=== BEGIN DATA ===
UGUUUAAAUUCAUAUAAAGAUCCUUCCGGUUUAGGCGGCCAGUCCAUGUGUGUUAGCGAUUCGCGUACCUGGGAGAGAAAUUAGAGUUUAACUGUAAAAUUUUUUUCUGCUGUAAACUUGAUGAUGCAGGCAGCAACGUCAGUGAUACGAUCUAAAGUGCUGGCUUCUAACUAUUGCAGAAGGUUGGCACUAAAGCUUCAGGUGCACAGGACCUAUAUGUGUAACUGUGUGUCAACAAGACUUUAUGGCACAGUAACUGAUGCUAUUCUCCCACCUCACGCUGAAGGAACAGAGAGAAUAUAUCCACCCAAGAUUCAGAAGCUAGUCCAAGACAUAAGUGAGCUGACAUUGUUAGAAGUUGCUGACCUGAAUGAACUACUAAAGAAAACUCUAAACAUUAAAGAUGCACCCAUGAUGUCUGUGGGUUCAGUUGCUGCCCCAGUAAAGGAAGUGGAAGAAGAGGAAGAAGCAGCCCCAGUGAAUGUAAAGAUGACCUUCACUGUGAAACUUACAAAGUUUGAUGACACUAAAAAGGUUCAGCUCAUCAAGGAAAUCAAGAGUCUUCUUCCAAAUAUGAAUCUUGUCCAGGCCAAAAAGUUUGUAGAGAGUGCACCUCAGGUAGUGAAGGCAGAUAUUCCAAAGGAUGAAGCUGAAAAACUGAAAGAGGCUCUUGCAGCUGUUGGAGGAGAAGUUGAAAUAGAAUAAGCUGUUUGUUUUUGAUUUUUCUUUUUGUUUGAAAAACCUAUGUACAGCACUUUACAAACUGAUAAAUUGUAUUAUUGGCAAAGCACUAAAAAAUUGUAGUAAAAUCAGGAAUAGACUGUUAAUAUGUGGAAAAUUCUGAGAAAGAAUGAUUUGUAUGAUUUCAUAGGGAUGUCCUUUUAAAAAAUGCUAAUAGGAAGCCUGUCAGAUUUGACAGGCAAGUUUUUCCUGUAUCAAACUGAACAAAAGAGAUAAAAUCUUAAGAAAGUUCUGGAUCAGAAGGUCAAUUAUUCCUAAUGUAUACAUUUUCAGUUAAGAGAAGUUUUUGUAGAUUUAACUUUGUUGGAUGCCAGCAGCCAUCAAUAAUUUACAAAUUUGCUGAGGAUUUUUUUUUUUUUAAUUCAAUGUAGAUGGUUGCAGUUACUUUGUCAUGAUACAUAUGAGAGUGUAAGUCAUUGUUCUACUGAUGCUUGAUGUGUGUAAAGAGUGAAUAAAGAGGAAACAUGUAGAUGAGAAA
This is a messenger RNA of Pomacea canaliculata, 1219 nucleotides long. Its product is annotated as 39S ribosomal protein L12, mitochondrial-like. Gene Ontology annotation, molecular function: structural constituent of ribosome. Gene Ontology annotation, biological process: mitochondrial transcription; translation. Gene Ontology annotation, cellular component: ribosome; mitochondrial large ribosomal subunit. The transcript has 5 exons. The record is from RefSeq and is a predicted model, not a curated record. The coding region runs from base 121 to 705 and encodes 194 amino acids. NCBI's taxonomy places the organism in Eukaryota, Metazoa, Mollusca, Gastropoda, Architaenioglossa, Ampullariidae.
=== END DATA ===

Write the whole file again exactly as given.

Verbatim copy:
UGUUUAAAUUCAUAUAAAGAUCCUUCCGGUUUAGGCGGCCAGUCCAUGUGUGUUAGCGAUUCGCGUACCUGGGAGAGAAAUUAGAGUUUAACUGUAAAAUUUUUUUCUGCUGUAAACUUGAUGAUGCAGGCAGCAACGUCAGUGAUACGAUCUAAAGUGCUGGCUUCUAACUAUUGCAGAAGGUUGGCACUAAAGCUUCAGGUGCACAGGACCUAUAUGUGUAACUGUGUGUCAACAAGACUUUAUGGCACAGUAACUGAUGCUAUUCUCCCACCUCACGCUGAAGGAACAGAGAGAAUAUAUCCACCCAAGAUUCAGAAGCUAGUCCAAGACAUAAGUGAGCUGACAUUGUUAGAAGUUGCUGACCUGAAUGAACUACUAAAGAAAACUCUAAACAUUAAAGAUGCACCCAUGAUGUCUGUGGGUUCAGUUGCUGCCCCAGUAAAGGAAGUGGAAGAAGAGGAAGAAGCAGCCCCAGUGAAUGUAAAGAUGACCUUCACUGUGAAACUUACAAAGUUUGAUGACACUAAAAAGGUUCAGCUCAUCAAGGAAAUCAAGAGUCUUCUUCCAAAUAUGAAUCUUGUCCAGGCCAAAAAGUUUGUAGAGAGUGCACCUCAGGUAGUGAAGGCAGAUAUUCCAAAGGAUGAAGCUGAAAAACUGAAAGAGGCUCUUGCAGCUGUUGGAGGAGAAGUUGAAAUAGAAUAAGCUGUUUGUUUUUGAUUUUUCUUUUUGUUUGAAAAACCUAUGUACAGCACUUUACAAACUGAUAAAUUGUAUUAUUGGCAAAGCACUAAAAAAUUGUAGUAAAAUCAGGAAUAGACUGUUAAUAUGUGGAAAAUUCUGAGAAAGAAUGAUUUGUAUGAUUUCAUAGGGAUGUCCUUUUAAAAAAUGCUAAUAGGAAGCCUGUCAGAUUUGACAGGCAAGUUUUUCCUGUAUCAAACUGAACAAAAGAGAUAAAAUCUUAAGAAAGUUCUGGAUCAGAAGGUCAAUUAUUCCUAAUGUAUACAUUUUCAGUUAAGAGAAGUUUUUGUAGAUUUAACUUUGUUGGAUGCCAGCAGCCAUCAAUAAUUUACAAAUUUGCUGAGGAUUUUUUUUUUUUUAAUUCAAUGUAGAUGGUUGCAGUUACUUUGUCAUGAUACAUAUGAGAGUGUAAGUCAUUGUUCUACUGAUGCUUGAUGUGUGUAAAGAGUGAAUAAAGAGGAAACAUGUAGAUGAGAAA
This is a messenger RNA of Pomacea canaliculata, 1219 nucleotides long. Its product is annotated as 39S ribosomal protein L12, mitochondrial-like. Gene Ontology annotation, molecular function: structural constituent of ribosome. Gene Ontology annotation, biological process: mitochondrial transcription; translation. Gene Ontology annotation, cellular component: ribosome; mitochondrial large ribosomal subunit. The transcript has 5 exons. The record is from RefSeq and is a predicted model, not a curated record. The coding region runs from base 121 to 705 and encodes 194 amino acids. NCBI's taxonomy places the organism in Eukaryota, Metazoa, Mollusca, Gastropoda, Architaenioglossa, Ampullariidae.